Composers’ talent for wit, parody and light-hearted fun seem to cause them shame rather than providing a reason for celebration. Such was the case for Saint Saens and his wonderful Carnival of the Animals. Arthur Sullivan (Gilbert’s partner) also wished to be a “serious” composer. He wrote a symphony that hardly anyone remembers whereas everyone who ever heard the tunes of the Mikado or HMS Pinafore cannot help singing or whistling them.
This was not true of Sergei Prokofiev (1891-1953) who truly had fun with animals as a child. Prokofiev was a child prodigy and like Mozart started composing at the age of 5.
Peter and the Wolf was written for children in two weeks and was intended as a child’s introduction to the instruments of the orchestra. Each character is represented by a different instrument and has his own musical theme.
The narrator tells the story of Peter, a young pioneer (the equivalent of a boy scout), whose friends, a duck, a bird and a cat are threatened by a wolf from the woods.
Peter lives with his grandfather (represented by a bassoon) who has strictly forbidden him to go into the woods. The duck is announced by the oboe, the bird by a flute, the cat by a clarinet and the wolf with a chorus of menacing French horns.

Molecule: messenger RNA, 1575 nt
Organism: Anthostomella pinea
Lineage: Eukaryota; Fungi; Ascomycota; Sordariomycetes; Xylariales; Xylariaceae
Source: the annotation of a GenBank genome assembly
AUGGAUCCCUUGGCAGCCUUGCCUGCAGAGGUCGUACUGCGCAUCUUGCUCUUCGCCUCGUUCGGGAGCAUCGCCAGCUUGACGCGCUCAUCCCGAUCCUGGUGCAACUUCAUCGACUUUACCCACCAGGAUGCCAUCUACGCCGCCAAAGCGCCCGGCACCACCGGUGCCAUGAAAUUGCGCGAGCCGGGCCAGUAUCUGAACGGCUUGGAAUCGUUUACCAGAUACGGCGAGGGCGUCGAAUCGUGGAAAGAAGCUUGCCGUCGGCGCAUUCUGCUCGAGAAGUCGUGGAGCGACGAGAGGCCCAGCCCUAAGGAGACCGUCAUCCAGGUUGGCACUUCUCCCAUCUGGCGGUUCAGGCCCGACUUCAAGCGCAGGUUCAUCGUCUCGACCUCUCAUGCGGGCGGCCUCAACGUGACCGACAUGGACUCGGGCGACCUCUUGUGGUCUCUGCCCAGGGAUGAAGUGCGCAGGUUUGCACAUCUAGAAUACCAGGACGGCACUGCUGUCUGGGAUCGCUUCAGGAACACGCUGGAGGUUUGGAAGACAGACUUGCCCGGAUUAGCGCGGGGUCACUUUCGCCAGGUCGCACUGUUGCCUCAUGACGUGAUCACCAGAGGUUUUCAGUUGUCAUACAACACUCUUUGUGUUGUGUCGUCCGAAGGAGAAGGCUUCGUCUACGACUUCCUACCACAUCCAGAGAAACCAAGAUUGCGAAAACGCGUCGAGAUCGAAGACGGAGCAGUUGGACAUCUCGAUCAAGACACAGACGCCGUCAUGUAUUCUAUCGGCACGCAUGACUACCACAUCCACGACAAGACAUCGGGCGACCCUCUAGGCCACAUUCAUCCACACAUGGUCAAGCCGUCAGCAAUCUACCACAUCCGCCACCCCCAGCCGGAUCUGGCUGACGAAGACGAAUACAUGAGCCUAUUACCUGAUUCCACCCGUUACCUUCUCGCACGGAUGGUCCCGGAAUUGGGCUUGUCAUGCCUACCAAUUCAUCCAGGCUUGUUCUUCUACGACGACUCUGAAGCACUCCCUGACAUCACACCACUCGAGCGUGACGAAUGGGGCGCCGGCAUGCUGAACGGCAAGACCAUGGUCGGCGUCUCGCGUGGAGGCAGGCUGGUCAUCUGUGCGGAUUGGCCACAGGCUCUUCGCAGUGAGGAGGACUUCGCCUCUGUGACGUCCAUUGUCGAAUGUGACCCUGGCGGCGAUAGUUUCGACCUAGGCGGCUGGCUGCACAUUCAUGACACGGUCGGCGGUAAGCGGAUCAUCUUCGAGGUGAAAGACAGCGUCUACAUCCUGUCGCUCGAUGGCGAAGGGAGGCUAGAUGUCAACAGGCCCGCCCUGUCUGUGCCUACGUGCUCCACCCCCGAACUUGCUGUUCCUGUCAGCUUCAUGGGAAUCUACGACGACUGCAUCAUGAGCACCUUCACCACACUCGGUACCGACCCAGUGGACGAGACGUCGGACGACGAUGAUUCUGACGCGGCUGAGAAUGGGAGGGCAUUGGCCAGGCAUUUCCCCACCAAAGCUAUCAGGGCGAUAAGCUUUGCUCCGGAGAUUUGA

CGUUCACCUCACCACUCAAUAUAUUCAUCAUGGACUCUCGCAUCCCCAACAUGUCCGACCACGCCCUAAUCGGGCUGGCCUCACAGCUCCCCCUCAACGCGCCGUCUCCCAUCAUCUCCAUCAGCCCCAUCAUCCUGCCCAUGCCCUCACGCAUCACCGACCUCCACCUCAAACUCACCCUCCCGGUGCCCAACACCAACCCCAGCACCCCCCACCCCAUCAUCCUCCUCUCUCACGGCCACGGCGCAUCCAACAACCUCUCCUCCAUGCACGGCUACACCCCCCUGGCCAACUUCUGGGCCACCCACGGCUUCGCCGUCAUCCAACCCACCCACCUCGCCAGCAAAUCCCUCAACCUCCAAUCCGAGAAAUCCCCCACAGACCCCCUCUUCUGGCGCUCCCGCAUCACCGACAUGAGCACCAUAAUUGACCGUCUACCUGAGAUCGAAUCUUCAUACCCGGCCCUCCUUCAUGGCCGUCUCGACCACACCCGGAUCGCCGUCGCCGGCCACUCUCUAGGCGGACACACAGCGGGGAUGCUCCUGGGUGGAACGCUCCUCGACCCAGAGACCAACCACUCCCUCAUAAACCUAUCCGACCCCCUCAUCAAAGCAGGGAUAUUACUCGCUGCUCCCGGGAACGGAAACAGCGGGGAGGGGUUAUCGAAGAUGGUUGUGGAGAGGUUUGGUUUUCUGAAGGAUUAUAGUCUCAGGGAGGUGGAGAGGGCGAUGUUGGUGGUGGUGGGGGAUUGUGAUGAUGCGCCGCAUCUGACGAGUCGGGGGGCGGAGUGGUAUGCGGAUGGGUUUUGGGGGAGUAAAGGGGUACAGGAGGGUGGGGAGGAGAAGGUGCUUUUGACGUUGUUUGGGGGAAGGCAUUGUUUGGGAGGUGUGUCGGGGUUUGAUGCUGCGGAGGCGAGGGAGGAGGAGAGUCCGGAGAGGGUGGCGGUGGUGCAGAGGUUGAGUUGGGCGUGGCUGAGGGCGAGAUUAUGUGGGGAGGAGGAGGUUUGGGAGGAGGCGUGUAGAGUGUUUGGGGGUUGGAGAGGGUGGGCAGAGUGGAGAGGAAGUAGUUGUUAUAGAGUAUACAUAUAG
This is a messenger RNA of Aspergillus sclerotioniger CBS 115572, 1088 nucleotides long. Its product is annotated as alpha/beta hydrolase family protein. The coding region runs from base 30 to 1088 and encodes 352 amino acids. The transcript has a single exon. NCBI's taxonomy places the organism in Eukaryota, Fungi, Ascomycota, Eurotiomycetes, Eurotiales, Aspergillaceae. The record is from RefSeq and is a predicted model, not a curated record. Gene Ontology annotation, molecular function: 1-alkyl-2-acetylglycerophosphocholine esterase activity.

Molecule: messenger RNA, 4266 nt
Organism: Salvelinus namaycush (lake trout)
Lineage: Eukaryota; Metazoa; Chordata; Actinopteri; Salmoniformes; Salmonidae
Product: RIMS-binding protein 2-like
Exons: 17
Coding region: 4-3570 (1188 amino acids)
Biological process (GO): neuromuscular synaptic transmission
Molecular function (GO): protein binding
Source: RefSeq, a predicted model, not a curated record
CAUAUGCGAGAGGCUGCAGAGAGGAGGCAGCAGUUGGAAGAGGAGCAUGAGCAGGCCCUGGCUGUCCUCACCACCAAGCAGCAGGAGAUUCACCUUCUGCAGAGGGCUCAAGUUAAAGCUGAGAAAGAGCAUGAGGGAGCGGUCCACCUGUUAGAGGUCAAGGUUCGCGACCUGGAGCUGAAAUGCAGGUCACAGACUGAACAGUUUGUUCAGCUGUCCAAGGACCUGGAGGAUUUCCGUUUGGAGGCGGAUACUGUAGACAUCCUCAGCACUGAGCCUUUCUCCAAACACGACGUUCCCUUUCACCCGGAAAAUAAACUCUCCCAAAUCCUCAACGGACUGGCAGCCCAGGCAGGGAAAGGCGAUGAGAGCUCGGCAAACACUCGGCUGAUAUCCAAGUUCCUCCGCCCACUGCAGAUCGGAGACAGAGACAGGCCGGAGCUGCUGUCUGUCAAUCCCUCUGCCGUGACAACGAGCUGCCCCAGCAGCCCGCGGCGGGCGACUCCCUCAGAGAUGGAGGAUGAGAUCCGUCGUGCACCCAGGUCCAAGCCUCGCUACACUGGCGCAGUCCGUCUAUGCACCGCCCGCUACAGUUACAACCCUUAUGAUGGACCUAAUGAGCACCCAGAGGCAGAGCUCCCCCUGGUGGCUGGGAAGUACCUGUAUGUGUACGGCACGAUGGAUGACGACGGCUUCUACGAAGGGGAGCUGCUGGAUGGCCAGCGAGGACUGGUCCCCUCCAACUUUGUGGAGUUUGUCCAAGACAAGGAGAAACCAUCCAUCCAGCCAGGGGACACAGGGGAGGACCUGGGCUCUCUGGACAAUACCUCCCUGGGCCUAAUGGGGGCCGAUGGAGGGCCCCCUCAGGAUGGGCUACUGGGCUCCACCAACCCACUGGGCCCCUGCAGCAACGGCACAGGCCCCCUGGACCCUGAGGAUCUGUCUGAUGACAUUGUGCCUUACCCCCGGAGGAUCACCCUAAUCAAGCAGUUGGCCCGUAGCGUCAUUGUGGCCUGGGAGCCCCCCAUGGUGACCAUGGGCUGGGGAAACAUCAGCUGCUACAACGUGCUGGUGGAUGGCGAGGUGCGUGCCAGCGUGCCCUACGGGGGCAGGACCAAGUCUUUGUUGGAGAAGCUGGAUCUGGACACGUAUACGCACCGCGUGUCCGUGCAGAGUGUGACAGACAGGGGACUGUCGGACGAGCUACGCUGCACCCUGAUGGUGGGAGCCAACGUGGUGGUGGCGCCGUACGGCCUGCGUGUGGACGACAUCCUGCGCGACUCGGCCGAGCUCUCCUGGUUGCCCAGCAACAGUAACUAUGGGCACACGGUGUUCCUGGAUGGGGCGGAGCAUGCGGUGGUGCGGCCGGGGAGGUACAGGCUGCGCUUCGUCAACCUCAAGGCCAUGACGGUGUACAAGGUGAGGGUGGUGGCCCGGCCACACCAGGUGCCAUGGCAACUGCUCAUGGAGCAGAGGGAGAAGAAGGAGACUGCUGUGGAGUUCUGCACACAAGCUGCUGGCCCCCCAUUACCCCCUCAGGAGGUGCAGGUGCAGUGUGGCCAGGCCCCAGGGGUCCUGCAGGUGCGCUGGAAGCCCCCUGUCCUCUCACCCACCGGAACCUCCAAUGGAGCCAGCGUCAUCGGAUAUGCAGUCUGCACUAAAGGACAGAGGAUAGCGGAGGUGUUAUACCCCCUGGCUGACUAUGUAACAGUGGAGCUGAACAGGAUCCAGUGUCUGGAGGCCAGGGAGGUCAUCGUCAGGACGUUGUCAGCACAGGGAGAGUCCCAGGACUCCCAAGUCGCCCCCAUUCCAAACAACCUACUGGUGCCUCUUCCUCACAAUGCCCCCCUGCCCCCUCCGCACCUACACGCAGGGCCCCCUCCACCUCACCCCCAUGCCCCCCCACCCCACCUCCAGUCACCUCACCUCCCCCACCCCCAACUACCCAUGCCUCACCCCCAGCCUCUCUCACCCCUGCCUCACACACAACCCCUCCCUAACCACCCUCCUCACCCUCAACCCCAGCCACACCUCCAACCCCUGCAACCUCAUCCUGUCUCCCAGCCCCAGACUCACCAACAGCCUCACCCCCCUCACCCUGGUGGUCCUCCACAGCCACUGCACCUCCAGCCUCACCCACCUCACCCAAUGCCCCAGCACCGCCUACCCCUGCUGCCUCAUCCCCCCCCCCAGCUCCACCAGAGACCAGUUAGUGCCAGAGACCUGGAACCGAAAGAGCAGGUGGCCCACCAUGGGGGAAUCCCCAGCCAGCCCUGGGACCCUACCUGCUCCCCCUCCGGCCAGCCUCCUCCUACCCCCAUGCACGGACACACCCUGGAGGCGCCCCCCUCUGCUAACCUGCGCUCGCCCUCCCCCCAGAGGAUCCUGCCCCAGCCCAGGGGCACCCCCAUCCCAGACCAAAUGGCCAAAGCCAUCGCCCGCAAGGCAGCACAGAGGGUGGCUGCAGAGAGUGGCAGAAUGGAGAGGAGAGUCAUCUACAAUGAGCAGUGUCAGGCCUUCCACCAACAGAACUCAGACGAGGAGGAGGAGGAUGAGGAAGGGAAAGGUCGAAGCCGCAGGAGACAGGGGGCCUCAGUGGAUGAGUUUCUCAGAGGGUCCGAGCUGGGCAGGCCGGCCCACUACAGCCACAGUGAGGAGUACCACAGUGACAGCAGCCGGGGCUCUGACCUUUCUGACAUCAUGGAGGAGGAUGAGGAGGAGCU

There are also hunters (tympanic drums) whose aim is to shoot the wolf. Disobeying his grandfather, Peter climbs over a wall, captures the wolf and in a joyful parade takes it to the zoo.
There is a moral to this tale: it promotes the virtues of resourcefulness and risk taking. It is also joyful and encourages audience participation. Peter and the Wolf has been adapted for a puppet performance by the “Spitting Image Puppets” marvelously decorated and costumed , whimsical and hilarious.
And to end on a completely different note : Listen to Walking the Dog by George Gershwin, a joyous, careless saunter by a two legged and a four legged creature happy in each other’s company.
Editor’s note: When I was five years old, the wolf music in this story scared the hell out of me.